I in no way demonise the eating of meat, I love the stuff.  Last night for Valentines Day I ate a giant slab of glorious juicy rare rump beef steak.  It’s been widely reported on that eating less meat is better for the environment, your body, your wallet and of course the animals, which is why as a rule I try to make the meals I make at home Monday-Thursday plant-based.  I personally started eating vegetarian meals as a poor student, when a 20p tin of beans to bulk up a vegetable curry was my only viable option.  After watching a plethora of pro-veggie documentaries on Netflix the cruelty of the farming industry to create low cost meat definitely became a factor.  But if I am being completely honest, my main reason for eating vegetarian meals is that I genuinely like them.  If I didn’t I know that I don’t have the courage in my conviction to make myself.  It would be like my resolution to eat more fish all over again, I’ve had the same vac-packed pieces of salmon sitting in my freezer since last summer.

    The easiest and tastiest way to start adding more vegetarian meals into your diet is to turn to cuisines that already excel at it, rather than replacing meat with a prepackaged meat substitute.  India has the highest percentage of vegetarians in the world, 3-4x higher than the next nearest country.  One of my favourite quick, comforting and insanely cheap midweek Indian meals is daal, a spicy red lentil dish that takes less than 30 minutes to prepare and freezes really well so is worth making a big batch and saving for later.

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    Tarka Daal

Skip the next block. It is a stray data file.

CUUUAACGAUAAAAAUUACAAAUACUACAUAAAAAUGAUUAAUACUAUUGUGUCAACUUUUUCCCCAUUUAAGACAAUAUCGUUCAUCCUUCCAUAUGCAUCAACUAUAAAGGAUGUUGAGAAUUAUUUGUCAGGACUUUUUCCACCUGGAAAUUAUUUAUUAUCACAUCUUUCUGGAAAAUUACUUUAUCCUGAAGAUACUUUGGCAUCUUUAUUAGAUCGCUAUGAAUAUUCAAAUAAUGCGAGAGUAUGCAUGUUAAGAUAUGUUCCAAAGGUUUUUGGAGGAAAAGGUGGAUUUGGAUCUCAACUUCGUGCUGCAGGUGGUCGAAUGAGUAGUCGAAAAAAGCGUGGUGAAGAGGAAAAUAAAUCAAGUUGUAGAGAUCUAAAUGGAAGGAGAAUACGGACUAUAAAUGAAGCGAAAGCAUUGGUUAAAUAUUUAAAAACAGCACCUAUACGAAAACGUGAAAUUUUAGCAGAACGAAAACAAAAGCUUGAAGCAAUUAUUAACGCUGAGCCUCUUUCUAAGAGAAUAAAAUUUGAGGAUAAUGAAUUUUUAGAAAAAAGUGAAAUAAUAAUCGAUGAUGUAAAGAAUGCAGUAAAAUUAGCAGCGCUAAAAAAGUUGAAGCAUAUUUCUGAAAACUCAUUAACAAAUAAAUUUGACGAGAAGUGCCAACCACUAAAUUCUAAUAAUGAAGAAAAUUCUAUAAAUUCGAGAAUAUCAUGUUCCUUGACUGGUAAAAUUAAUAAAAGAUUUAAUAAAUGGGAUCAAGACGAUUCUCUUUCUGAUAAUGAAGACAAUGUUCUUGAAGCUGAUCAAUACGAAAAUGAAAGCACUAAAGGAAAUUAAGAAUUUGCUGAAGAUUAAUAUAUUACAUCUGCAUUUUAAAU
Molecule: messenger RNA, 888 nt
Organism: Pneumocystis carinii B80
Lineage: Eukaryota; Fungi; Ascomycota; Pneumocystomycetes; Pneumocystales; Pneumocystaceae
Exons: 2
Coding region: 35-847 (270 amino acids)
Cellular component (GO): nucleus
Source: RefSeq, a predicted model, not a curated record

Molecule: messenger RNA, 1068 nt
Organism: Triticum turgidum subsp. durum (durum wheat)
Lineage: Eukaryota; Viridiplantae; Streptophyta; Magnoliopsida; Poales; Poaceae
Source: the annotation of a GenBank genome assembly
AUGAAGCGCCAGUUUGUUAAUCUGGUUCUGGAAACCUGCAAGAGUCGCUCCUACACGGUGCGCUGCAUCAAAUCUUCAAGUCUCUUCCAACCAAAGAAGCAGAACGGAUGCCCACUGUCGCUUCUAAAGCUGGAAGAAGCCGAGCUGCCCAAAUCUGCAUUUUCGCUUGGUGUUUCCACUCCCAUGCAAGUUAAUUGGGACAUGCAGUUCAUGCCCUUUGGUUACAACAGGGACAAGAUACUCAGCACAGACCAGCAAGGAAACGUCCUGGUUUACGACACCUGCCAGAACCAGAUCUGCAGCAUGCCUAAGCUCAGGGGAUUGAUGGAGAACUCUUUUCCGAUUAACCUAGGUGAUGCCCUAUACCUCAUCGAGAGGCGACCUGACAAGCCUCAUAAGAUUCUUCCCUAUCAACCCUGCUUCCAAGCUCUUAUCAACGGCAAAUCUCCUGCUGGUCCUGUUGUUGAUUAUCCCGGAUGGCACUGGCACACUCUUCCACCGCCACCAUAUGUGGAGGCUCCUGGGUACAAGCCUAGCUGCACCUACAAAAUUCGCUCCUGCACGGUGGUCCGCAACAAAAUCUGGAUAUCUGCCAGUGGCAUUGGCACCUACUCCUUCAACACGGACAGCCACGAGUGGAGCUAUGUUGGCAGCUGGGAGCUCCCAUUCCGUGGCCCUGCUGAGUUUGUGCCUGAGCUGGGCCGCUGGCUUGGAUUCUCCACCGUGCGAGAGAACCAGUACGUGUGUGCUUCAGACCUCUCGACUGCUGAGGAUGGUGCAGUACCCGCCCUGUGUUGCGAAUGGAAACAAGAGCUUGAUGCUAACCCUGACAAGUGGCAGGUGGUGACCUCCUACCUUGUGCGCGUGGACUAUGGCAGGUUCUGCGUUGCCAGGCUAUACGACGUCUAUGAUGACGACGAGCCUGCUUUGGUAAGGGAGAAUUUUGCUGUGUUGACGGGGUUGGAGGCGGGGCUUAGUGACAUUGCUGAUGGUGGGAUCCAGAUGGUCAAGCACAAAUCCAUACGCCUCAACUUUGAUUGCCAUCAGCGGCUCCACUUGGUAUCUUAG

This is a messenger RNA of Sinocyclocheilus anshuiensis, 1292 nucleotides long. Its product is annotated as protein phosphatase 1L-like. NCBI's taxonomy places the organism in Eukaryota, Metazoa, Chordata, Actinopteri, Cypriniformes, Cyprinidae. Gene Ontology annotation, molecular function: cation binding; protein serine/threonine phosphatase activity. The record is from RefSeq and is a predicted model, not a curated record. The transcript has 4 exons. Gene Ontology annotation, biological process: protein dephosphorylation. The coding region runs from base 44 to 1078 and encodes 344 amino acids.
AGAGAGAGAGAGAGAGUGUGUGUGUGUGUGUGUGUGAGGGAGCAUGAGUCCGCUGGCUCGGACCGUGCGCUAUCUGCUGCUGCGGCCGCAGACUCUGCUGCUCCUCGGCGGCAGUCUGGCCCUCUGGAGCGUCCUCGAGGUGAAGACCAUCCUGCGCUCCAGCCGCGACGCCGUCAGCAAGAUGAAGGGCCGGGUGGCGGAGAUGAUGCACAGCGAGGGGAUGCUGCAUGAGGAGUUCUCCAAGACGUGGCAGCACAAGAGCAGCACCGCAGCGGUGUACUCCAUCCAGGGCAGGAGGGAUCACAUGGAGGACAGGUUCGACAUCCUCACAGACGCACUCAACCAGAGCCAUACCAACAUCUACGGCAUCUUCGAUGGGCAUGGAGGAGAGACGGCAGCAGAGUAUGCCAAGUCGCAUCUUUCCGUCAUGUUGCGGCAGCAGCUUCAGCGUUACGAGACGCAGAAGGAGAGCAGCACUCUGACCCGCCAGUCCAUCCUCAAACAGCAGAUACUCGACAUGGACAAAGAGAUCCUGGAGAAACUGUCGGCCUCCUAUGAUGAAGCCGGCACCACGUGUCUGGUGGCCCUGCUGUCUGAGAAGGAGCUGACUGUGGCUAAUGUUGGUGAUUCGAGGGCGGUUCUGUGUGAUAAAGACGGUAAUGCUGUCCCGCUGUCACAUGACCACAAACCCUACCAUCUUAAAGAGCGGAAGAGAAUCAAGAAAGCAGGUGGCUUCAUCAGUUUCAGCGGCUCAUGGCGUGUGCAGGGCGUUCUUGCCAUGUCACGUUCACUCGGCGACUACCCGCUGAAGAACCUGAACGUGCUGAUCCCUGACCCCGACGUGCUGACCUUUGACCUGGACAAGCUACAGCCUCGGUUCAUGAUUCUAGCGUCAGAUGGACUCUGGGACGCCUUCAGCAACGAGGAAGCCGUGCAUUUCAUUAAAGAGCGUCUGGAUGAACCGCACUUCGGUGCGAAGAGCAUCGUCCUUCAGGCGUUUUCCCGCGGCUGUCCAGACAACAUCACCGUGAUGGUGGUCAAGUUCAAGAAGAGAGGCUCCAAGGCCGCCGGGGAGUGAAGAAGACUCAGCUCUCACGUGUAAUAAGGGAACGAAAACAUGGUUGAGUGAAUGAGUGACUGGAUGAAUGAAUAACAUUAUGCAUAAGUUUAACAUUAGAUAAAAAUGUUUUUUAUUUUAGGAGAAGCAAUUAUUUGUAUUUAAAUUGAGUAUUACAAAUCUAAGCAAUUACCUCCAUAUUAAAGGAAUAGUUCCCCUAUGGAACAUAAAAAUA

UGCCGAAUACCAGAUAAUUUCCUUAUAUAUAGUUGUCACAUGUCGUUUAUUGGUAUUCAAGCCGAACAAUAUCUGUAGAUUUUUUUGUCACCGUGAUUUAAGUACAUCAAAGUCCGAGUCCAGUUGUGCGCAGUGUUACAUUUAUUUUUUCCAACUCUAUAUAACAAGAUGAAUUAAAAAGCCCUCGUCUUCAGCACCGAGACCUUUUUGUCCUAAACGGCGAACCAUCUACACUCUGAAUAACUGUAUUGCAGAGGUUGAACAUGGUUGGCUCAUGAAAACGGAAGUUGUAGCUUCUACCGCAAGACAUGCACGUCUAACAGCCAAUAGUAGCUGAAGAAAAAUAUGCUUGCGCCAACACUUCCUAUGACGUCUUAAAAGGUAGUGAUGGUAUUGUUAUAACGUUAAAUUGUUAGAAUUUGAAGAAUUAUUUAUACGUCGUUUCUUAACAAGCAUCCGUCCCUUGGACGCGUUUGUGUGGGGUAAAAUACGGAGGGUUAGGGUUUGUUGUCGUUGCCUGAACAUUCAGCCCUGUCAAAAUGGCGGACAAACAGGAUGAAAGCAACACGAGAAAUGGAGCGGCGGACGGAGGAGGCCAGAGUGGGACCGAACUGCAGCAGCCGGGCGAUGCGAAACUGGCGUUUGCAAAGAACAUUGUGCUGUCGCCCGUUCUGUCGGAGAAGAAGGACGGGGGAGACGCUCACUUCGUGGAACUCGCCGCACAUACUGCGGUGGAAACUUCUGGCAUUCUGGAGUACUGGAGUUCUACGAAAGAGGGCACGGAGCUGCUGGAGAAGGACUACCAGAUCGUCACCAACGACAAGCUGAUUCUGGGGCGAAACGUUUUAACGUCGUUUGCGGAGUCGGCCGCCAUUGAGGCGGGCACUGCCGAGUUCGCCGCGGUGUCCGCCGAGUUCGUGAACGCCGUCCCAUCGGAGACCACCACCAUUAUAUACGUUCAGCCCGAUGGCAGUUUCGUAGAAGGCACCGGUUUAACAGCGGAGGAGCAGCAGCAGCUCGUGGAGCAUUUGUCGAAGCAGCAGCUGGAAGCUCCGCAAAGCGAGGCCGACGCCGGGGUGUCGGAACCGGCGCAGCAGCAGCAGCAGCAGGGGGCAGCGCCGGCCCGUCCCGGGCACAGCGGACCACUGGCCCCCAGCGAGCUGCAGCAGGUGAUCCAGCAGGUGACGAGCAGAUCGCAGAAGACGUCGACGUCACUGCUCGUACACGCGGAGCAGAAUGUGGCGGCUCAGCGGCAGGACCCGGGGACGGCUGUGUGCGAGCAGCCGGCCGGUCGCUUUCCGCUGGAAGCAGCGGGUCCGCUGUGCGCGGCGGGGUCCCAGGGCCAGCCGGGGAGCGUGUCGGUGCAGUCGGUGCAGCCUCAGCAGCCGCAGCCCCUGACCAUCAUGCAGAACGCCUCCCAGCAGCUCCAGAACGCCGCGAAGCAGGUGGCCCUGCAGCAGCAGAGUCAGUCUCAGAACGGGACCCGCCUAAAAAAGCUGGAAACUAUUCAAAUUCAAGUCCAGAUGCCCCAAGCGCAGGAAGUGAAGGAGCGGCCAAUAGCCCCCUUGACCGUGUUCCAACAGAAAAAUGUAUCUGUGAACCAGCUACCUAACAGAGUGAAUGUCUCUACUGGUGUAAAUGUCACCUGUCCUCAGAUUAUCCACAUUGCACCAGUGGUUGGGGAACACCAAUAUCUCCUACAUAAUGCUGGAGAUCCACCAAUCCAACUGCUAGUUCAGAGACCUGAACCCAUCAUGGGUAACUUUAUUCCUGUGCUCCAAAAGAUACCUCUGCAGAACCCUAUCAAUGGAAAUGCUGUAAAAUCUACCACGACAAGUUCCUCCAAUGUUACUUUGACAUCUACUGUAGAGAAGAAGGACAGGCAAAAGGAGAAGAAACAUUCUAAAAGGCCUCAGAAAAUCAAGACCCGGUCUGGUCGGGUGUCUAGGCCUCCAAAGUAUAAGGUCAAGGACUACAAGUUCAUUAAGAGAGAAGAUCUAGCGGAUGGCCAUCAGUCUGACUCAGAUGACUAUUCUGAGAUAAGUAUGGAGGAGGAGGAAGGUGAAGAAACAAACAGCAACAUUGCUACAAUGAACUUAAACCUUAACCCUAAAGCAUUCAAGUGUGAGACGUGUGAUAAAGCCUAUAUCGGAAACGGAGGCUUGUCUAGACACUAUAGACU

Recipe by Jennifer Brown Cooking Time: Under 30 Minutes Serves 8

    The lentils in daal count as one of your five-a-day. Easy ways to up this is to add a roasted vegetable like cauliflower, butternut squash or sweet potato, stir through chopped spinach or add a speedy chopped salad of cucumber, tomato, red onion, fresh coriander tossed in a little lemon juice and salt. I like to serve my daal with rice, mango chutney (Waitrose Hot and Spicy Mango Chutney is my favourite - I currently have one jar on the go and 3 back ups in my cupboard) and a speedy raita of plain yoghurt and a spoonful of dried mint.


    500g red lentils, rinsed

    Full kettle of boiling water

    2 tbsp oil

    1 tbsp mustard seeds

    1 tbsp cumin seeds

    1 tbsp nigella seeds (optional - and probably not traditional I just love how they taste)

    3 garlic cloves, crushed

    2 inch piece of ginger, grated

    1-2 green chillies, finely chopped (optional)

    ½ tbsp turmeric

    ½ tbsp ground coriander

    2 tbsp hot curry powder

    Salt and pepper to taste.


    1. Put the lentils in a large pan (I usually use my 24 inch Le Creuset as it’s the biggest pan I own) and cover with boiling water about an inch above the level of the lentils.
    2. Bring to a simmer, and cook over a medium low heat for about 20 minutes until the lentils are mushy and the water has been absorbed.